Maple Leaf Spirits turns fallen fruit into liqueur
Do you want to see the only way to shoot a bird?” asks Jorg Engel, owner of Maple Leaf Spirits, soon after we meet at his Okanagan distillery. I’m there with my daughter, Maya, and Engel is showing us the birds and chickens in the enclosure next to his tasting room.
I stare and my daughter’s eyes bug. Engel has a small green bird sitting on his finger and I’m wondering if I should cover Maya’s eyes. “Watch this,” he says, smiling gently. Without further ado, he cocks his finger like a gun at the little bird and quietly says, “Bam!” The bird swings and hangs upside down from Engel’s finger. A brief second of silence and then we burst into (slightly relieved) laughter. The bird is right side up again and chirping happily, obviously in on the joke.
Engel and his wife Anette are gentle souls who moved to the Okanagan from Germany in 2001. They first opened the distillery in Penticton’s commercial district in 2005 and moved to the Naramata Bench in 2013, when the provincial licensing regulations changed to allow for the existence of craft distilleries — and for them to be located outside of an industrial zone. Maple Leaf is one of the oldest distilleries in Western Canada and was the first in the South Okanagan.
Unlike the majority of the province’s distilleries, however, Engel doesn’t make grain-based spirits. Instead, he distils from fruit — a conscious decision based on his knowledge of the valley.
I want to use up the seconds, the culled fruits. Whatever doesn’t make its way into the food chain.
“I was driving through the local orchards and saw fruit that had fallen from the trees lie rotting on the ground. It was good fruit, but maybe there was too much, or else it didn’t have that perfect look that exporters want,” explains Engel. “Back home, that would never happen. That was one of the main reasons why I started the distillery — to try to minimize all waste. I want to use up the seconds, the culled fruits. Whatever doesn’t make its way into the food chain.”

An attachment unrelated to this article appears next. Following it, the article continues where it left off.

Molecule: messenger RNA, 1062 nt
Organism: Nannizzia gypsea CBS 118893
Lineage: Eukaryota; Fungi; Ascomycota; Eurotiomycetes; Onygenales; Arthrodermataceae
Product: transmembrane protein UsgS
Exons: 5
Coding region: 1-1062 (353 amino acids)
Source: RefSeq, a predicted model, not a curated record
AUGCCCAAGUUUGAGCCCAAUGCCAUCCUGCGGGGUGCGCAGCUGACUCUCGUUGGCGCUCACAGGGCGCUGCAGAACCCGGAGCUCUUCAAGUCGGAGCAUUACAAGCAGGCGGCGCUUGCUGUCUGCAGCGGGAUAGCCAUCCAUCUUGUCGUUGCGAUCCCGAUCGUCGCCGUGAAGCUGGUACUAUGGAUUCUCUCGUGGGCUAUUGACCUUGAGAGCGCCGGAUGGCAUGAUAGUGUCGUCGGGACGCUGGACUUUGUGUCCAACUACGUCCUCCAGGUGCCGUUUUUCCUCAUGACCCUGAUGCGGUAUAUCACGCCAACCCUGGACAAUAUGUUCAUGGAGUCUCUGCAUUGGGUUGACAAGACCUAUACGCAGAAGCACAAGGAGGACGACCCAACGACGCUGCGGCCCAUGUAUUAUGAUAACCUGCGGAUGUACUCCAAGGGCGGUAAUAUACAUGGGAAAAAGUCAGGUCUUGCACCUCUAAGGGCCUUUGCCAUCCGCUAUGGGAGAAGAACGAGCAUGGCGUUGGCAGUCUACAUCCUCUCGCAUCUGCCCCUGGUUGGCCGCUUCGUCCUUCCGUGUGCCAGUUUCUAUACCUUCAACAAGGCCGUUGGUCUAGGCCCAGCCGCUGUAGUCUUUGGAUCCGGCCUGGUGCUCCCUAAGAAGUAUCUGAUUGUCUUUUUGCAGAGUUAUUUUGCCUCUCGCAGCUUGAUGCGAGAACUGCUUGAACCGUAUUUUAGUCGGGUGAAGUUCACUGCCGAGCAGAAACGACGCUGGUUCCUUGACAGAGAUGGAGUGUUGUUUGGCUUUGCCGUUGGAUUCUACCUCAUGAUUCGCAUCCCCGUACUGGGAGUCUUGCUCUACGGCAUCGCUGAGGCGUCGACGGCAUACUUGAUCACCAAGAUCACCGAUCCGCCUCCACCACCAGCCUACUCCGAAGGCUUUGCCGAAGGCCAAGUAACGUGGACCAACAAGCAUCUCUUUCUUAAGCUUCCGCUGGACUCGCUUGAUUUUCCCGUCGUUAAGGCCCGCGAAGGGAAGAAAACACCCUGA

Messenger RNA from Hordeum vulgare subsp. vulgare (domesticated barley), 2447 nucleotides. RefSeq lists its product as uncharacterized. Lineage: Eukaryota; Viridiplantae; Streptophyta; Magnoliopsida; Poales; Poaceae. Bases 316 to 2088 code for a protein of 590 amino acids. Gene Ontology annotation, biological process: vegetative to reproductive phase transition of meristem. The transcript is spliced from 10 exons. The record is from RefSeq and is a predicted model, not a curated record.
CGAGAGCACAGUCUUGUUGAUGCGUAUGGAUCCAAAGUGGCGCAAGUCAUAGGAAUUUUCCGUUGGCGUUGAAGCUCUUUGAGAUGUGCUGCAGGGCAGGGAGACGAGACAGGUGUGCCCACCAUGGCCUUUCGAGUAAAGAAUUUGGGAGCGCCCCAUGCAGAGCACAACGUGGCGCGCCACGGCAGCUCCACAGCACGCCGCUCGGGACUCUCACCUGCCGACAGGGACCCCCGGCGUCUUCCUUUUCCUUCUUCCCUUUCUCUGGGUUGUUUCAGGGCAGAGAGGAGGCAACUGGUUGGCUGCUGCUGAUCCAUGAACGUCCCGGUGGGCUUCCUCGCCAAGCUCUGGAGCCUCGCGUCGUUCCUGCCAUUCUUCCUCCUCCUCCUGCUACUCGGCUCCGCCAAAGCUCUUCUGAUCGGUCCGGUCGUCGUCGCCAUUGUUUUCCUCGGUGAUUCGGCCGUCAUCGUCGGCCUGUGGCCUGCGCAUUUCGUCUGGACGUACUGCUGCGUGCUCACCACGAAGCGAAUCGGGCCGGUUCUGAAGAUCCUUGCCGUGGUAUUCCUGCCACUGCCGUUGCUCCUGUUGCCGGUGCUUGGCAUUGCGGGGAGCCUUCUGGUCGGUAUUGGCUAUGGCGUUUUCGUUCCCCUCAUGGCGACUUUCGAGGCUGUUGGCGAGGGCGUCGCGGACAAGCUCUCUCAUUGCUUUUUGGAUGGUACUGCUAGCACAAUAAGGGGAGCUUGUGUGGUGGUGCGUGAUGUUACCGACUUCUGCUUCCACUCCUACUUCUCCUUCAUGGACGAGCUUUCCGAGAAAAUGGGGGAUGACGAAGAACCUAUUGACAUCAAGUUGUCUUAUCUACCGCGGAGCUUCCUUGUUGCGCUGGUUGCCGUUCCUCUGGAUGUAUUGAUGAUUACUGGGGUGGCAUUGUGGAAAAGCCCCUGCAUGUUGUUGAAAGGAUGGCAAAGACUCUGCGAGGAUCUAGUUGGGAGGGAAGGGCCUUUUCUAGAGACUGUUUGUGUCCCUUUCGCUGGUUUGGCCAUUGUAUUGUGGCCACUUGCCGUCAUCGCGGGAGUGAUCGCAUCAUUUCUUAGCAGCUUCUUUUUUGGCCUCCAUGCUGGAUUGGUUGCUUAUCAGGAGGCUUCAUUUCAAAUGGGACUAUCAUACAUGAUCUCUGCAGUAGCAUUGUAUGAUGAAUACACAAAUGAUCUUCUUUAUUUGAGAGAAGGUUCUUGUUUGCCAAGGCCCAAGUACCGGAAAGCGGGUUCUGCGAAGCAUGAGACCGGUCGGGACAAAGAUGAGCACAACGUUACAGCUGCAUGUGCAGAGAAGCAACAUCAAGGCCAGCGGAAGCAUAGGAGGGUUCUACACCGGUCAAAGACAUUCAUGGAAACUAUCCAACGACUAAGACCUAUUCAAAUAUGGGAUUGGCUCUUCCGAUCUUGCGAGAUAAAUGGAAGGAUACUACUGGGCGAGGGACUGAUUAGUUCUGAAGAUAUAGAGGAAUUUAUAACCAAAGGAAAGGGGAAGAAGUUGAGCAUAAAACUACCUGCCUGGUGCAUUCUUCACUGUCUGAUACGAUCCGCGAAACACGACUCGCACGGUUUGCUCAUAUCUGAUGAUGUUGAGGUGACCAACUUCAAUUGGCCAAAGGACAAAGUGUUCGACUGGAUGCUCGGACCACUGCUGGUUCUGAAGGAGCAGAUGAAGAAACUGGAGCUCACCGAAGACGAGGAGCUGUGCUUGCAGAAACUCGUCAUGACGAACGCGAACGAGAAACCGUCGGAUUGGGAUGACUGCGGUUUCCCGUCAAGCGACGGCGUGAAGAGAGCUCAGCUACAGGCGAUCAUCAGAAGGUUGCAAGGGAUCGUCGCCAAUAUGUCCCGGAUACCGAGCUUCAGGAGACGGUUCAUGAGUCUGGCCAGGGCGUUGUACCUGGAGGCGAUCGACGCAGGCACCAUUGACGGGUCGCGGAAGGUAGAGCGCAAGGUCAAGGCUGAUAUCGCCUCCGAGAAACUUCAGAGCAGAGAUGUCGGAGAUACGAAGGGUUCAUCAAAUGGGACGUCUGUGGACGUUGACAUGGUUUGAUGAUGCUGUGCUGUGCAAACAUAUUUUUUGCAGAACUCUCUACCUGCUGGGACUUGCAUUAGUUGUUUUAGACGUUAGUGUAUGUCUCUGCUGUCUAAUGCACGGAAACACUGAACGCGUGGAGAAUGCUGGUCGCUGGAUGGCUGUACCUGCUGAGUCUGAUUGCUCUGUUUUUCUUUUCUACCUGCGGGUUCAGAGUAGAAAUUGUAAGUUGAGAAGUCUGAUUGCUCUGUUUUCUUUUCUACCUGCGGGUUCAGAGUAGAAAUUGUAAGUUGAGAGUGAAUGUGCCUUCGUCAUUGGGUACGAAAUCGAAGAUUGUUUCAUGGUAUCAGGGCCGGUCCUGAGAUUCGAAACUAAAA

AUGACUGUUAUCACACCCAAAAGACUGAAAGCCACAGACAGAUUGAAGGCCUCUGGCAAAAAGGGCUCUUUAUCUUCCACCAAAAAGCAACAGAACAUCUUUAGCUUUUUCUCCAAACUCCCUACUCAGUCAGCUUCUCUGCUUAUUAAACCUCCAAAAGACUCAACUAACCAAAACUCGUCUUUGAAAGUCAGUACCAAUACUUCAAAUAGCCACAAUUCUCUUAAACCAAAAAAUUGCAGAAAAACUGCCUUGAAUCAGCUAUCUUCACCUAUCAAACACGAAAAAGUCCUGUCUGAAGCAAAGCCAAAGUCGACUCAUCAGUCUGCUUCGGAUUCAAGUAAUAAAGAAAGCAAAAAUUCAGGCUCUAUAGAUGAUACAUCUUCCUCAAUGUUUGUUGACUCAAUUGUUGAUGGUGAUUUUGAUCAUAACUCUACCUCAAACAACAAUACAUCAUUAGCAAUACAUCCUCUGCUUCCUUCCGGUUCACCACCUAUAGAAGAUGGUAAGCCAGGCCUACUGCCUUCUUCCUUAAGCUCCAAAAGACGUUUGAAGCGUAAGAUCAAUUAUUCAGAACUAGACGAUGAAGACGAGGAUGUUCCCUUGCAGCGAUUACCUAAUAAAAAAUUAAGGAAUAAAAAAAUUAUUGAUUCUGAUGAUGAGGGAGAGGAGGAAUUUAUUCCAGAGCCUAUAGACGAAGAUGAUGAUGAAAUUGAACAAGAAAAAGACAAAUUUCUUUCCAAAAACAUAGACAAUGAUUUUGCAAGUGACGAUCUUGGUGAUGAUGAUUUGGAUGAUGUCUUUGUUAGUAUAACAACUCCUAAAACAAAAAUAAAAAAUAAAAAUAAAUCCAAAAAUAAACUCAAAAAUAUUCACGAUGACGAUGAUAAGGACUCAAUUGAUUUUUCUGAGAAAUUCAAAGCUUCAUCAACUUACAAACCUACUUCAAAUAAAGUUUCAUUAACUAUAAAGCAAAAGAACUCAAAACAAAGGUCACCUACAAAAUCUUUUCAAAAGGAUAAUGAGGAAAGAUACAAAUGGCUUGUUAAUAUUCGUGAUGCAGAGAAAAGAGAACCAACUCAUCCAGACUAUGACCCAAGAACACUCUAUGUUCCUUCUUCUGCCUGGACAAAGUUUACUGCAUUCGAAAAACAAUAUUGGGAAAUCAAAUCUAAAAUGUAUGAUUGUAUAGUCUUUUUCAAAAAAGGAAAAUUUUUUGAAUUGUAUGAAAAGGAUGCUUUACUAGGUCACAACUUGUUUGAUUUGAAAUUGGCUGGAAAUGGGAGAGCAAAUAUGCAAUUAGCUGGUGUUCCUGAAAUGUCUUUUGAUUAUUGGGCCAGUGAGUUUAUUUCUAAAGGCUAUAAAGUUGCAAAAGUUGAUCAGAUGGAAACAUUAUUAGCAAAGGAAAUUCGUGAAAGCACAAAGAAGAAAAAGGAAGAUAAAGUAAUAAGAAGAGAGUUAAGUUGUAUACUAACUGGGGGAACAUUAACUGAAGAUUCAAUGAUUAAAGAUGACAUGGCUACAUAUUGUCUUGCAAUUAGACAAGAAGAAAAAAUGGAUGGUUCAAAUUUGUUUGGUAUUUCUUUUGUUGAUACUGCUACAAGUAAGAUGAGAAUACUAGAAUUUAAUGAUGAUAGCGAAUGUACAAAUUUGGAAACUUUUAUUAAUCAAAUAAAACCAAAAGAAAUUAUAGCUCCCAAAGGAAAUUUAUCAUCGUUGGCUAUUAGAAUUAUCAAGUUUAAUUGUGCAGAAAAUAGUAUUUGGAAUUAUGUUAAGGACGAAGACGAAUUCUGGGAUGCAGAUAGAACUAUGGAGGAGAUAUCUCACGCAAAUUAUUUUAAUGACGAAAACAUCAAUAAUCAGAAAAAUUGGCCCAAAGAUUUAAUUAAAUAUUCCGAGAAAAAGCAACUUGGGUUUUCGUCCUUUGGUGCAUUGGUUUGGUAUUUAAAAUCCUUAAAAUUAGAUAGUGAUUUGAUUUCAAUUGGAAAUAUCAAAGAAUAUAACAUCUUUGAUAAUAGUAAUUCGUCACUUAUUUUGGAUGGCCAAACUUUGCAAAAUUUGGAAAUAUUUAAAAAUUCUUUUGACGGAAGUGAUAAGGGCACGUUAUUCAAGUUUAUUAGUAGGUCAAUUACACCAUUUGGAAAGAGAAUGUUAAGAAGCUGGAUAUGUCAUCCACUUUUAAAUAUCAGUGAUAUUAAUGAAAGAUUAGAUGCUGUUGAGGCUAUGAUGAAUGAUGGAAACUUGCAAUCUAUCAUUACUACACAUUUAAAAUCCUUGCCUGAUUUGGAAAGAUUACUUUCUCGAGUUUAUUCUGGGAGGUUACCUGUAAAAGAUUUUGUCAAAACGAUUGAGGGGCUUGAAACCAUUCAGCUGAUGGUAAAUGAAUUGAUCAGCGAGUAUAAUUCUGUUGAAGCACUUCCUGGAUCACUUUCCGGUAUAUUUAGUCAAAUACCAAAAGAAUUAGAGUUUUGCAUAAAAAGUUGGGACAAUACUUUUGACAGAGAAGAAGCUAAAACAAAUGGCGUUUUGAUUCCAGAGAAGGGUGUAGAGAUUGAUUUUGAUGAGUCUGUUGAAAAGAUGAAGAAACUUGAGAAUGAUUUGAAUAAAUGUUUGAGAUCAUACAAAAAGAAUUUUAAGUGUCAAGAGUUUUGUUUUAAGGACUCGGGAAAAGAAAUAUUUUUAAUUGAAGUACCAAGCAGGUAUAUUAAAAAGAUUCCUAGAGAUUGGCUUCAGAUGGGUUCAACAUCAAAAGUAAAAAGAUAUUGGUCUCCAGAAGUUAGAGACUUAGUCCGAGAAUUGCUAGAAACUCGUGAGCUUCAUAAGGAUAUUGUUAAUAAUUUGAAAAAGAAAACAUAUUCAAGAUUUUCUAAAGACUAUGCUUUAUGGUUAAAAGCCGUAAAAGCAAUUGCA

Even today, with so many orchards torn down to make way for the growing number of vineyards, Engel says supply is never an issue. “I get my cherries from one source, a local farmer with 5,000 trees. Every day I go and pick up one metric ton of cherries that were culled from ‘perfect’ fruit. Same with my pears. I get the pears that are too small for the export market. My first year I took 30 metric tonnes of pears and there were still another 90 metric tonnes left over to rot.”
Two years ago, that desire to minimize waste led Engel to a long-abandoned apricot orchard. He found trees heavy with small, wrinkled fruits and, last year, turned them into his sold-out Apricot Liqueur. “We don’t have access to that orchard anymore,” he notes, regretfully. “So we’ll have to wait a while for another batch.”
As we sit outside the tasting room overlooking the bench, I take a sniff of the maple liqueur and note it’s not as sweet as I thought it would be. “It’s not supposed to be an ice wine,” laughs Engel, as he takes a little sip for himself. “I wanted the syrup to only show up at the end, to give a nice light finish to a more complex taste.”
He could just as well be describing himself.
BASE LINES: Maple Leaf’s first — and still one of its most popular — spirit was the Canadian Kirsch, a cherry brandy with a deep nose and a clean, lightly sweet finish. It’s also the base for the distillery’s signature Maple Liqueur.
UNCASKED: This winter, Engel will release Lady of the Falls, a new Cognac-style spirit. He casked his own non-vintage Pinot Noir for six years, before distilling the wine into brandy.
—by Anya Levykh